THE DIGNITY OF THE PRIESTHOOD
A priest is supposed to stand
between God and man. How can this be if he is inferior to the celibates he
is mediating for? A priest is an Alter Christus. How can he be such if there
is no semblance whatsoever between him and Christ?
A priest is supposed to preach
that the entire Evangelical life can be lived. How can he convince others
when he, himself, does not live it to the full?
Celibacy for the attainment of
the perfection of chastity is necessary for contemplation, i.e. thinking
about the things of God. How can the people expect good answers about
spiritual matters from someone concerned in pleasing his wife and engaged in
the things of the world?
Men do not judge a priest as
one arrayed in flesh nor as one with a human nature, but as an angel and one
without infirmity (St. John Chrysostom). So, let those be introduced to this
dignity far excel others in eminence of spirit. We don't need many priests.
We have too many, in fact. What we need are a few holy priests. The early
Church had very few, yet she shined in unrivalled splendor. The few martyred
priests of Japan sustained the priestless Catholics of Nagasaki for hundreds
of years. And when asked what signs would make them recognize the true
religion, one sign was a celibate priesthood.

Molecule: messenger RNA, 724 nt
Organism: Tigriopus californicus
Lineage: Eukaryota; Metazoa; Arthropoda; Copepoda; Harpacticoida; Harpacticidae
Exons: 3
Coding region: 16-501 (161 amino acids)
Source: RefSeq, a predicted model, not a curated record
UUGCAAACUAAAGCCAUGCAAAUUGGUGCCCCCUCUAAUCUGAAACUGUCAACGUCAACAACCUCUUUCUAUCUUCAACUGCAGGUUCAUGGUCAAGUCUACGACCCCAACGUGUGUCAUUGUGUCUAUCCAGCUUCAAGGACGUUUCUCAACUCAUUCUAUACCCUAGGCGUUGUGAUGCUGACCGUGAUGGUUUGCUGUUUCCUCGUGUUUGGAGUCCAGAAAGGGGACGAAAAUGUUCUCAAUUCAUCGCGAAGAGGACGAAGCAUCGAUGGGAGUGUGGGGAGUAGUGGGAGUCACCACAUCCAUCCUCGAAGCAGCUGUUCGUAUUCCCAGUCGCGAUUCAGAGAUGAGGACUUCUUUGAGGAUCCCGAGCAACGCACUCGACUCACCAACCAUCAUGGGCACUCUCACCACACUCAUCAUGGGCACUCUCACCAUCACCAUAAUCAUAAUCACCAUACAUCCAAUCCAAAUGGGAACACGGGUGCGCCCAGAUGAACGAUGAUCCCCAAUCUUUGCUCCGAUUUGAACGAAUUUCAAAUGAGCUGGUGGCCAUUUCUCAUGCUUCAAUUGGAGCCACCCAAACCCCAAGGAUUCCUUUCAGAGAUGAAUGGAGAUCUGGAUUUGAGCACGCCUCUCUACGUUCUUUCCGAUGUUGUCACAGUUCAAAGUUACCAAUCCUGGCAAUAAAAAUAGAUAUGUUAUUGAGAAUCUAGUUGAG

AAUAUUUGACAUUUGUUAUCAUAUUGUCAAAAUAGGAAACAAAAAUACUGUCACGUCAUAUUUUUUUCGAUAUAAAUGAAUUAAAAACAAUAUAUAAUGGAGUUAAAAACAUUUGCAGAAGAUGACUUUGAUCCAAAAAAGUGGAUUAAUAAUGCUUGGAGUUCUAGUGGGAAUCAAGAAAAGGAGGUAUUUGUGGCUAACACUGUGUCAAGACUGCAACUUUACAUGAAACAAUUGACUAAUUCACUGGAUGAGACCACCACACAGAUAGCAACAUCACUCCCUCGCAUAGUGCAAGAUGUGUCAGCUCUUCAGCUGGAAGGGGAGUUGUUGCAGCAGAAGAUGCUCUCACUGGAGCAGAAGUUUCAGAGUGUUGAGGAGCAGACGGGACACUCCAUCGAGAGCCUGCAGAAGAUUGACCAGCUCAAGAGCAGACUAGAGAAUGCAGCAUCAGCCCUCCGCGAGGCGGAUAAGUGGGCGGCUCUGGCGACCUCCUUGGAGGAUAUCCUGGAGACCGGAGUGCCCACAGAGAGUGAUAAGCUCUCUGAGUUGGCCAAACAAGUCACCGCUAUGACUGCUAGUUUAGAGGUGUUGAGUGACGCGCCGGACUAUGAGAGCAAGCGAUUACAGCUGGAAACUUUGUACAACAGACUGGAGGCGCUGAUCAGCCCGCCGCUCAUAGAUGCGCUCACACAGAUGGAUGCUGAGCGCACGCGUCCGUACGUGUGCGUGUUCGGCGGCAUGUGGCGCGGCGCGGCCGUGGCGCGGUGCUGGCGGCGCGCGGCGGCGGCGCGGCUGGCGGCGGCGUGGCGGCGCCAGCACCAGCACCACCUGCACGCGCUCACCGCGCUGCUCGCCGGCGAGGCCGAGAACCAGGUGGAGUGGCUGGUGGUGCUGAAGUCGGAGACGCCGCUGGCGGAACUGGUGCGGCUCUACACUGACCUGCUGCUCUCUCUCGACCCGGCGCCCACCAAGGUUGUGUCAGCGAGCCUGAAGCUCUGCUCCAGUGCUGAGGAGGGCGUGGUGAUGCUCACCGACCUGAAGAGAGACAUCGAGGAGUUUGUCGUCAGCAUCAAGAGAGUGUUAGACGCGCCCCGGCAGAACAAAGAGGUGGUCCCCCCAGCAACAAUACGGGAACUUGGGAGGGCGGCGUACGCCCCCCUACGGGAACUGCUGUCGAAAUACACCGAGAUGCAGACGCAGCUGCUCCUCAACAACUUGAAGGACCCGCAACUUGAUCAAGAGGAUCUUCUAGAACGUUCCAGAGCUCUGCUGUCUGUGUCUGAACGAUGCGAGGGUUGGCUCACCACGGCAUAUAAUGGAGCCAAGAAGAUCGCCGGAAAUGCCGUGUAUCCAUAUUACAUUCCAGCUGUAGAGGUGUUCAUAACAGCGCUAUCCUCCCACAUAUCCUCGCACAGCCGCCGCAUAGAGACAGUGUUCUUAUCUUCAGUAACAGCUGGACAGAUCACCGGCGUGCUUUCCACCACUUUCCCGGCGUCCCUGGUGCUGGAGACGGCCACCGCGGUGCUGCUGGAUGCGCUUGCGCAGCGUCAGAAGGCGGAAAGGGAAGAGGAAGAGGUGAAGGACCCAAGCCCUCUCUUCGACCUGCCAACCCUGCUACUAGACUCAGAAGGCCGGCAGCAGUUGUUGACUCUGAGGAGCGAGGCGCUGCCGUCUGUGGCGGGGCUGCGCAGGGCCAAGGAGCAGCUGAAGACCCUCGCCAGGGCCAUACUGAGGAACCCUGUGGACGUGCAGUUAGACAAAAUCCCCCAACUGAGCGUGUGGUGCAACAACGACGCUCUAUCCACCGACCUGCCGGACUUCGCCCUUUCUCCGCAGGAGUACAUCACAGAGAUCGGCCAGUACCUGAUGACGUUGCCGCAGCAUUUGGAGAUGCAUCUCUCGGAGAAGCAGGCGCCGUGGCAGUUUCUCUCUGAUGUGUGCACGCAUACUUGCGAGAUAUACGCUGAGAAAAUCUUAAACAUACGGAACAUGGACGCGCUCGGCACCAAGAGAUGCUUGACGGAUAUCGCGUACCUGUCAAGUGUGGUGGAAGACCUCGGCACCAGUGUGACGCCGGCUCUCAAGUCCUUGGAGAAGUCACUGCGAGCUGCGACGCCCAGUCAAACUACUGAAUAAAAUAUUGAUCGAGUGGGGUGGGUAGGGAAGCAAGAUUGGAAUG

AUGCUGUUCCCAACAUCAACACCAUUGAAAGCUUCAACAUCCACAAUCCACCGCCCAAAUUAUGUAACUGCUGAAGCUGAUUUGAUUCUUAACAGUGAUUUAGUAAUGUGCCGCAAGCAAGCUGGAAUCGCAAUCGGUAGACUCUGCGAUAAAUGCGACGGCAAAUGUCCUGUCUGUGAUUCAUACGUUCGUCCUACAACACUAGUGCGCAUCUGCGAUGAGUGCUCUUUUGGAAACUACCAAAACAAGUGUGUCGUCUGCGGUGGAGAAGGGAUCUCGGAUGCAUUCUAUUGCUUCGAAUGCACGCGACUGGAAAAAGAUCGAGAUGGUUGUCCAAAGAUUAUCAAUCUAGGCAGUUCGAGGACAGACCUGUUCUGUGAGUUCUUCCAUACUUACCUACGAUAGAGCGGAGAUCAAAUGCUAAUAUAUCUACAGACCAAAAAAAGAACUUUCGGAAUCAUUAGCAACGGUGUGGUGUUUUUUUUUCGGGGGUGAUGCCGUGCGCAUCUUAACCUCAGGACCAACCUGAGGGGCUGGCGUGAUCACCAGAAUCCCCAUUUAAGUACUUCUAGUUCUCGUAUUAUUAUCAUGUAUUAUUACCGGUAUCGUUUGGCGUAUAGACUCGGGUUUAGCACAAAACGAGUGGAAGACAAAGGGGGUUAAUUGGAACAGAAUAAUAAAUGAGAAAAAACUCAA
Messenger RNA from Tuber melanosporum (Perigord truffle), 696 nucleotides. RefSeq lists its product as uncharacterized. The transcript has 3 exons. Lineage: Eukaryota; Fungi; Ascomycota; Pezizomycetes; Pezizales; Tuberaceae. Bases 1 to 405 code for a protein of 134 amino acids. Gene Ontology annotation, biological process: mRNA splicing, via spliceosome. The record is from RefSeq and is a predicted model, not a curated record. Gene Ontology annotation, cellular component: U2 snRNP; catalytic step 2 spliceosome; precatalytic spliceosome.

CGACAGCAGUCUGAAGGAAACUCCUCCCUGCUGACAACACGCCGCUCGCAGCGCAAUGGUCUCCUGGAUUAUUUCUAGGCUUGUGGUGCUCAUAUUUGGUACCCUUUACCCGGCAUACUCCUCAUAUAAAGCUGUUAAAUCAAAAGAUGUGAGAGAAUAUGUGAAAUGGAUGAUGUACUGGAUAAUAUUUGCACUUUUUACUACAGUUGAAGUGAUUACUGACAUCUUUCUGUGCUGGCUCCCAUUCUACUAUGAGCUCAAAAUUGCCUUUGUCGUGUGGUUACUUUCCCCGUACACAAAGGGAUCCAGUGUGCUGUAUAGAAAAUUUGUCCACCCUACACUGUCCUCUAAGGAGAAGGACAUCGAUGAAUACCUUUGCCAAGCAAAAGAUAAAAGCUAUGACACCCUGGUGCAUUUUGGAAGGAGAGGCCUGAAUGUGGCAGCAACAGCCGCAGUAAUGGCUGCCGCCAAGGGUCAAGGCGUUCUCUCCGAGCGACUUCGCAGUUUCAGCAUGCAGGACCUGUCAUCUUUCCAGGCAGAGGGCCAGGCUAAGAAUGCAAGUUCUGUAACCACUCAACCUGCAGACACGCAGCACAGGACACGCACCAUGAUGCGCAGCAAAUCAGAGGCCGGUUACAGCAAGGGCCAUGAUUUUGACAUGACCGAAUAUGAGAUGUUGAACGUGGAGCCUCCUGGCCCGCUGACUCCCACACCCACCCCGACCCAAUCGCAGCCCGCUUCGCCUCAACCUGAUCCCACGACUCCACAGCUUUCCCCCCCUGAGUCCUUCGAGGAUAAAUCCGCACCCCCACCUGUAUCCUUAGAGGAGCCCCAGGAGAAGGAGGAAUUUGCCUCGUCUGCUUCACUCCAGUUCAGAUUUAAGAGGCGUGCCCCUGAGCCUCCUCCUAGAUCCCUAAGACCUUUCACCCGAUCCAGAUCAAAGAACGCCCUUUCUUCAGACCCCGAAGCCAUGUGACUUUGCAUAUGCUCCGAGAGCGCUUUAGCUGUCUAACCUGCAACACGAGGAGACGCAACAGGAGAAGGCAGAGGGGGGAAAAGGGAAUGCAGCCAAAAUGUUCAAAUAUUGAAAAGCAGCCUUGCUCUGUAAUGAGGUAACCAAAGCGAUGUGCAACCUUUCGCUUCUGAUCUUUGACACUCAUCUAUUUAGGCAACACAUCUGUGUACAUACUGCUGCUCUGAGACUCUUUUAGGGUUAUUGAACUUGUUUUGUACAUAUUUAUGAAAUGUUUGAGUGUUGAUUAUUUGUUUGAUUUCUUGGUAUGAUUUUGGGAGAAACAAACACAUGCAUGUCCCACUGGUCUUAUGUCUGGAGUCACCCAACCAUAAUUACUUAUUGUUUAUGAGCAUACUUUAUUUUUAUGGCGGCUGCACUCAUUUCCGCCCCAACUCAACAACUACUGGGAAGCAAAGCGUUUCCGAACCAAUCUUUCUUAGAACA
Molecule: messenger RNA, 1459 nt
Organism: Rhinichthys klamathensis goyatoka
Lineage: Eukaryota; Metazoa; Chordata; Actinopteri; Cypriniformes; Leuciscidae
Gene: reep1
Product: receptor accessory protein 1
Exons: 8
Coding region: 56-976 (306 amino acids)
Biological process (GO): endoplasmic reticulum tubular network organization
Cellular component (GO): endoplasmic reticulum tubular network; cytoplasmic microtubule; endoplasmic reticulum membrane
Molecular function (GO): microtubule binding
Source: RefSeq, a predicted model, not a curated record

Celibacy gives the priest free
access to God. And, since great temptations are hurled at him to agitate his
soul who aims for the priesthood, he will need the protection of celibacy;
otherwise, he is lost. Continence, purity and chastity, though all are
required of all Catholics, must be found in an eminent degree in a priest.
A priest is looked up to
because he is a celibate. But why must we look up to him? Because we wish to
make representations before God's throne. And shall we risk using anyone and
risk earning God's wrath instead? No, we must use the best.
The Catholic Priesthood was
designed by Christ himself for this purpose. . .to be mediator between God
and man. So, like Christ, he must have no children, that all may become his
children. This makes people look with awe--that he has dedicated all his
time for them. We know it is otherwise with married pastors, as shown in
other sects. People know they have to earn for their family's sake. And when
the interest of his family and parishioners collide, he will side with his
A married priest is always
viewed as a ruined man, though, out of charity, we do not say so. And
legalizing their marriages does not change the picture. A married priesthood
is always a fatal decision. For as long as he cannot point to the personal
sacrifice he has made of leaving father, mother, brother, sister and the
married state for the spiritual benefit of the Church, he and his cause are
lost. He sinks to the level of ordinary man. He becomes a man who has made a
profession of his priesthood rather than a vocation. He leaves his family to
please God and takes a wife to please whom? Himself, I presume.
A celibate priest is a sign of
a man ready to bear hardships; a married priest is a sign of a man poised to
have a good time. Celibacy is witnessing to a disinteredness for the things
of the world; while marriage is a sign of longing for the world and the
things in the world.
Protestants, Anglicans, and Hindus are not impressed by Catholic arguments;
but all are impressed by the celibacy of the Catholic priesthood. We need a
priest who can intercede for us before God. Shouldn't we demand greater
piety, greater purity, continence and chastity from him?